Private equity strong in life sciences

| John Davis

Private equity may not have had the best 2015, but not every sector suffered. We found that life sciences enjoyed significant growth last year. But what was the driving force behind this, and how much of it is down to one or two particularly active funds?

Nothing negative

The number of private equity-backed deals into life sciences increased from 32 to 41 in 2015 – a 28% growth rate. Indeed, companies within the sector completed more than twice the number of private equity-backed fundraisings last year than they did back in 2012. But among companies outside of the space, the number of private equity-backed fundraisings dropped from 456 to 400 – a 12% decrease.

What’s the secret?

Frankly, these figures don’t come as a total surprise. Since 2011, private equity has been the most prominent backer of UK life sciences companies. Private equity firms have participated in almost twice as many fundraisings (131) as government-backed funds (68) – the fund type which has participated in the second highest number of equity deals into the space.

Unlike other sectors, where crowdfunding platforms have arguably muscled in on private equity’s share of the market, just 2% of all life sciences deals have ever been crowdfunded. As always, this could be due to a myriad of reasons. But we know that the work of fast-growth life sciences companies can be difficult for the layman (in this case the average crowd investor) to understand, and require higher than average capital intensity.

Despite this, Europe’s first health and biotech equity crowdfunding platform Capital Cell launched in December 2014, in Barcelona. In its own words, the platform is ‘building a global meeting point for companies and researchers working, fostering and financing tomorrow’s medical science’, and is open to global investors of any size.

Indeed Chris Mayo, from the primary markets London stock exchange group, says: ‘equity financing is the right sort of capital for these companies… be that angel investment, crowdfunding, venture capital, private equity or a stock market listing’.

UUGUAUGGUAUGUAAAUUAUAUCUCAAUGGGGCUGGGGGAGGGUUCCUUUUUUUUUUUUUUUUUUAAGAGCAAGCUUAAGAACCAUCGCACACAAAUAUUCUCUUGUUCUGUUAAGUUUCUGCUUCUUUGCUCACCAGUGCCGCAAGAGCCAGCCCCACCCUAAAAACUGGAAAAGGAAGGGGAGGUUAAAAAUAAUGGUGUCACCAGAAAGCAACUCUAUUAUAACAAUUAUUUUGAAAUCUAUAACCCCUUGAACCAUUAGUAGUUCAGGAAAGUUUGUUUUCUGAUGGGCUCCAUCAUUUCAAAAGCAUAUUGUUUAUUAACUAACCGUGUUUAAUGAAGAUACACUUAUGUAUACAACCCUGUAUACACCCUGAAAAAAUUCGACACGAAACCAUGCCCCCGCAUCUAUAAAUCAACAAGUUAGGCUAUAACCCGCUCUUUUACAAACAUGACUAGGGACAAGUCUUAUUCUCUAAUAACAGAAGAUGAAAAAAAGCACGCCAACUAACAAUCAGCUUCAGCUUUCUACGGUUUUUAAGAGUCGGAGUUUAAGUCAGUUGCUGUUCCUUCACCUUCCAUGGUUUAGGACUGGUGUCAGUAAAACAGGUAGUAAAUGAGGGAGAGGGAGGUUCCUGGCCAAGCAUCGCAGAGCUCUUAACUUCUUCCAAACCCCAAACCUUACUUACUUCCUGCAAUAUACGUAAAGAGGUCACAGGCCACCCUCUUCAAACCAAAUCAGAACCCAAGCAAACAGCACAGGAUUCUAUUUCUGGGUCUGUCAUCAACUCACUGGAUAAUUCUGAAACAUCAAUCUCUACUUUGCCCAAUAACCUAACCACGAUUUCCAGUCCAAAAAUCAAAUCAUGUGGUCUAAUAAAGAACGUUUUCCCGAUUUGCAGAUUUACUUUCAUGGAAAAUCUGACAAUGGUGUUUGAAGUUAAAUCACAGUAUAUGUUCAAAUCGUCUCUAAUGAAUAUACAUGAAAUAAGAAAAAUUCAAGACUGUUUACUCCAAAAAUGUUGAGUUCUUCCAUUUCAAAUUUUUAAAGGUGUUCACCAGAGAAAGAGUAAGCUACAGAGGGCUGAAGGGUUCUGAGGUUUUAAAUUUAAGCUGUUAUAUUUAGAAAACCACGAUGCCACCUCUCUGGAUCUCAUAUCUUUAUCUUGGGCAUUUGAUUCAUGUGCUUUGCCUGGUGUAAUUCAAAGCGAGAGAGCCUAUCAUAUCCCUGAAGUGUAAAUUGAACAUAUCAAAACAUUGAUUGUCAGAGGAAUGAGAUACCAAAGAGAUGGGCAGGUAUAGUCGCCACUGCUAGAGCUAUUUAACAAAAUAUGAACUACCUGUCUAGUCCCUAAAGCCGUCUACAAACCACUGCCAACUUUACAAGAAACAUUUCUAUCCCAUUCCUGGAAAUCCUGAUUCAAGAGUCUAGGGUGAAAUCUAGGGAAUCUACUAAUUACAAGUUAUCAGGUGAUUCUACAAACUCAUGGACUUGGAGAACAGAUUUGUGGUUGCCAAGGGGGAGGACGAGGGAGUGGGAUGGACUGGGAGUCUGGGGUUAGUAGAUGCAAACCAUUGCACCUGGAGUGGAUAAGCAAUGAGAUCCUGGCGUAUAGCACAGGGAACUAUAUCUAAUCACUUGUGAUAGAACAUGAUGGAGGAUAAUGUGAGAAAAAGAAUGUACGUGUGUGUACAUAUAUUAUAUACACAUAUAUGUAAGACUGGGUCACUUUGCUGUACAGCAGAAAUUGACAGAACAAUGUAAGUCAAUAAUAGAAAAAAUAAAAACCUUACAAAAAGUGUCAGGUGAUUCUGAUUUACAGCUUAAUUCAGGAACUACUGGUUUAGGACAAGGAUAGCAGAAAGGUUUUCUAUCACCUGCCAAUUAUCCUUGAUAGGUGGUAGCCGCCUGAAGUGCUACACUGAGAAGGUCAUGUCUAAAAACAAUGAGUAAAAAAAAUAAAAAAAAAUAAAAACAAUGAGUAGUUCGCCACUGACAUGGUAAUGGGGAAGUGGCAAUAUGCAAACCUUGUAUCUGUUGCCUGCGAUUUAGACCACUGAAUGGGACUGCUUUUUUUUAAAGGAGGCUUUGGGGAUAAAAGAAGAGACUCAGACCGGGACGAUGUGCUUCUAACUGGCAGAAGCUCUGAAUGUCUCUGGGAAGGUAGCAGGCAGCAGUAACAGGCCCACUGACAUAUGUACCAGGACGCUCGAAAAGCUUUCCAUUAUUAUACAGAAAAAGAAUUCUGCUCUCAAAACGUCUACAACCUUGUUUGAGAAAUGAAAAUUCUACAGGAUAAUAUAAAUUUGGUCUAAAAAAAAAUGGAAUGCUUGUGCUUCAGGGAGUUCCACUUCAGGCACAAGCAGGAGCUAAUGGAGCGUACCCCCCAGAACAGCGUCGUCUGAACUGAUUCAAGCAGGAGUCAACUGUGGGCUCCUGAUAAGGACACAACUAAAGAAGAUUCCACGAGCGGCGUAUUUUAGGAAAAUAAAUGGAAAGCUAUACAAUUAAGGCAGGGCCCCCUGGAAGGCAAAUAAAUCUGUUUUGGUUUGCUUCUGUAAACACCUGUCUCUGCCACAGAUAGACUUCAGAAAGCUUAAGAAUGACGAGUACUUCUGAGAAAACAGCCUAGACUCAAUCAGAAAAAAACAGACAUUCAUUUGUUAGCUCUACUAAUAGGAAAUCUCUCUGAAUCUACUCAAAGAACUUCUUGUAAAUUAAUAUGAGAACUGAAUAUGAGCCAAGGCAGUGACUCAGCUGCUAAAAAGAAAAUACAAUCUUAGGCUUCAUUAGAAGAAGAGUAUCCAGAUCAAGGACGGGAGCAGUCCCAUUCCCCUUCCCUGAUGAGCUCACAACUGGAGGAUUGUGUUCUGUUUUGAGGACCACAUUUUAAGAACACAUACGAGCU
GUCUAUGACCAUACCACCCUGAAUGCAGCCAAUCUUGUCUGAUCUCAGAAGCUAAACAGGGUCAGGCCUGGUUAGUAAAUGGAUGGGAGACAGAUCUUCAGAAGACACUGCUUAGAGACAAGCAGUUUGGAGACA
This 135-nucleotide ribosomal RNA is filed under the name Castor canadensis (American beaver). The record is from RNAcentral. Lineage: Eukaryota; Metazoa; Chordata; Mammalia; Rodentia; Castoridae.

5 biggest P.E-backed investments into life sciences, 2015

Woodford funds were particularly active in 2015, backing 17% of all life sciences deals. Of the 5 biggest equity investments into the sector during 2015, Woodford funds were involved in 4.

Immunocore – In July, Oxfordshire-based Immunocore completed a £206m equity deal with a cohort of investors including CF Woodford Equity Income Fund, Woodford Patient Capital Trust, Eli Lilly & Co, and the Malin Corporation. The pharma company is developing drugs to treat, amongst other diseases, cancer.

Mereo BioPharma – London-based biopharmaceutical company Mereo BioPharma completed its first equity fundraising in July. The company, which focusses on rare and specialist diseases, secured $119m* venture-stage investment from CF Woodford Equity Income Fund, Woodford Patient Capital Trust, and Invesco Perpetual.

Oxford Nanopore – We’ve looked at Oxford Nanopore in our last two instalments of The Deal, but the spin-out continues to grab headlines. Oxford Nanopore has the largest valuation of any privately listed company, at £930m. In July, the company received £70m investment in a round led by Woodford Patient Capital Trust.

Autolus – Camden pharma company Autolus is developing T-cell immunotherapy products to battle cancer. In March last year, the company secured £40m co-investment from CF Woodford Equity Income Fund, and Perceptive Bioscience.

Kymab – Cambridge-based Kymab is developing ‘fully human monoclonal antibody drugs’. Backed in the past by the Bill & Mellinda Gates Foundation, Kymab completed a $50m* R&D deal with Woodford Patient Capital Trust, and Malin Corporation in May.

*Notes:

– We use the umbrella term ‘Private Equity’ to refer to venture capital firms and buyout firms. Whenever a firm of either type has participated in an equity fundraising we have counted that towards our numbers.

– For Mereo BioPharma and Kymab our verified amounts are lower than the announced amount. There are many potential explanations for this, for example: some of the funding will follow in a later tranche; or some of the funding was in the form of debt and/or a grant. In this instance we have used announced amounts.

 

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